In 1992, sculptor Pamela Irving’s latest work, “Larry La Trobe,” was unveiled in Melbourne’s city center. The cheery, inquisitive-looking Larry was an immediate hit with the public, but in August 1995 he was stolen—despite being anchored to the site by foot-long bolts.
The life-size pooch is loosely based on Irving’s own dog, Lucy, and his name is inspired by the word for Australian boisterous behavior, “larrikinism.” The pup’s surname, “La Trobe,” was appended to represent the relationship between Melbourne and the state of Victoria; Charles La Trobe was the state’s first Lieutenant-Governor, from 1851 to 1854.
When Larry went missing, suspicion fell on university students or, worse, that he had been melted down. And despite a major media campaign and a 6-foot-tall replica being displayed at the city’s annual community Moomba Parade, he was never seen again.
Luckily, Peter Kolliner, the owner of the foundry where Larry was cast, produced another one, and though the new Larry had a slightly different, redder tinge, in every other way he was just the same. The statue was revealed to the public by the Lord Mayor in late 1996, back at his old stamping grounds.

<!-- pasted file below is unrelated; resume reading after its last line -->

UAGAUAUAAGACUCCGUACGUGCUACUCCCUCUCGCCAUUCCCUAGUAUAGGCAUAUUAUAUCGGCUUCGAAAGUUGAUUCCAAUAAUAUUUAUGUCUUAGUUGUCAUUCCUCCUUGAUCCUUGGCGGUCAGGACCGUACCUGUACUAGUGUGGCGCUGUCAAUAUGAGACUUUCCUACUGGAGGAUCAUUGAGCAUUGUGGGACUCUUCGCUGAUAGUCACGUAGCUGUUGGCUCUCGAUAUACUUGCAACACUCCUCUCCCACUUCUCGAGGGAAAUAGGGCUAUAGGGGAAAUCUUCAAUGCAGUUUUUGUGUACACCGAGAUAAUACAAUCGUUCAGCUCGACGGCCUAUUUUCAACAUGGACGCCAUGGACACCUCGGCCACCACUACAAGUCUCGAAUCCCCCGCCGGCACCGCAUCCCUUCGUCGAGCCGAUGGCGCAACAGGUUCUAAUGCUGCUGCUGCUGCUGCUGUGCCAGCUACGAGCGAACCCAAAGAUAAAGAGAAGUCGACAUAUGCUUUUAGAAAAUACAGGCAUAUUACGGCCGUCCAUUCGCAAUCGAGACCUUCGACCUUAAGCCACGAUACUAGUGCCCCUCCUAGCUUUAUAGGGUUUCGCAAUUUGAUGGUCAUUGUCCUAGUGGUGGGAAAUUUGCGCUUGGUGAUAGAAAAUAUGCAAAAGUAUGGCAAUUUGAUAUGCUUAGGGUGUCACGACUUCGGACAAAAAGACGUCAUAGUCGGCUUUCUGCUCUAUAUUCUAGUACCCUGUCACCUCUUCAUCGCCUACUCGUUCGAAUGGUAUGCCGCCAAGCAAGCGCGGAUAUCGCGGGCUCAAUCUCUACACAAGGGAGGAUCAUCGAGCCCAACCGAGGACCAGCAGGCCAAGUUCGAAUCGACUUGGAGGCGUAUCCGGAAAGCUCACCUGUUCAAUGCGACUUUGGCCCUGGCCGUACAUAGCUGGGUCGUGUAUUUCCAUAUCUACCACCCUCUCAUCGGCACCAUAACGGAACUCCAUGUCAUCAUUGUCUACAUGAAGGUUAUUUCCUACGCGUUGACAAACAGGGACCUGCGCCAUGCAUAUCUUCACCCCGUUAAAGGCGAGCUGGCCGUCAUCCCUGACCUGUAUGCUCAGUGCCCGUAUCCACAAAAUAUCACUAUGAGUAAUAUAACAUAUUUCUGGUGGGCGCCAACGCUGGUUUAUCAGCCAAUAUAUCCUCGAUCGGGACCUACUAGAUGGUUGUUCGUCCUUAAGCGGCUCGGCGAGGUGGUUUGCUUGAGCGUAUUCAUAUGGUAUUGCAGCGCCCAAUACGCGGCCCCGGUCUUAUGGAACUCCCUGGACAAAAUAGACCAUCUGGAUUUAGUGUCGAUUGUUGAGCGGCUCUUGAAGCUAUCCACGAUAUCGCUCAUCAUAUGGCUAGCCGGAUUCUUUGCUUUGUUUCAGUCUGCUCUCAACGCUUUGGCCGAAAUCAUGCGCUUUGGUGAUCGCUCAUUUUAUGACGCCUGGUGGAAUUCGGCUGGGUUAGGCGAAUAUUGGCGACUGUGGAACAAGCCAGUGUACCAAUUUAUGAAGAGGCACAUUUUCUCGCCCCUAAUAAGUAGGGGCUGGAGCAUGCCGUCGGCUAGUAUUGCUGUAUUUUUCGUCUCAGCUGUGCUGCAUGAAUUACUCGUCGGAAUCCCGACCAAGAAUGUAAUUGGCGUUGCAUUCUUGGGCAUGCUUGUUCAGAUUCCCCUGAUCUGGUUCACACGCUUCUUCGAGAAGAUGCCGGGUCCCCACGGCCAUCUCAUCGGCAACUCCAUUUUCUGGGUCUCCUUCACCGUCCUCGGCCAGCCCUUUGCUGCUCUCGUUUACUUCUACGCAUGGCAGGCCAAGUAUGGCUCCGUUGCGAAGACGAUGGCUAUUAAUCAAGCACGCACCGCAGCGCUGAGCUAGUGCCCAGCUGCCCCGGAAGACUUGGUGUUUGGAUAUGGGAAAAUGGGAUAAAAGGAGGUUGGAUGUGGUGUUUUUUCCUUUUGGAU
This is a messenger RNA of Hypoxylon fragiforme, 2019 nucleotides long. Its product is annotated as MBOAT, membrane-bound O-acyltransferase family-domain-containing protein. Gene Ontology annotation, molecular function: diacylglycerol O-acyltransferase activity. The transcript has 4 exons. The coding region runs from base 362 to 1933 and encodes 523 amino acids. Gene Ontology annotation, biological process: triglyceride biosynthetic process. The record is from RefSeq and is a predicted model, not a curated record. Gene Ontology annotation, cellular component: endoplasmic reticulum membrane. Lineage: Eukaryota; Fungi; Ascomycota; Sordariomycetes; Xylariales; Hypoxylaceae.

Larry got some sort of revenge the next year; the replica was taken to Osaka, Japan, a sister city of Melbourne, and entered into the Midosuji Parade, where it won the prize for Best Float.
In recent times Larry has gone roving again, to a spot outside the Town Hall. His original home is now a large construction site for the new metro underground.
Will he be moved back again? Irving, whose smaller, brightly colored “Puppy Larry and Larrykins” sculptures quickly sold out, says she feels he is safer in his new location: “He’s a much sought-after pooch.”
Know Before You Go
The statue can be seen on Swanston Street outside the Town Hall in the city square in Melbourne's CBD. You can get news about Larry, and post a picture of you and him, on his own Facebook page.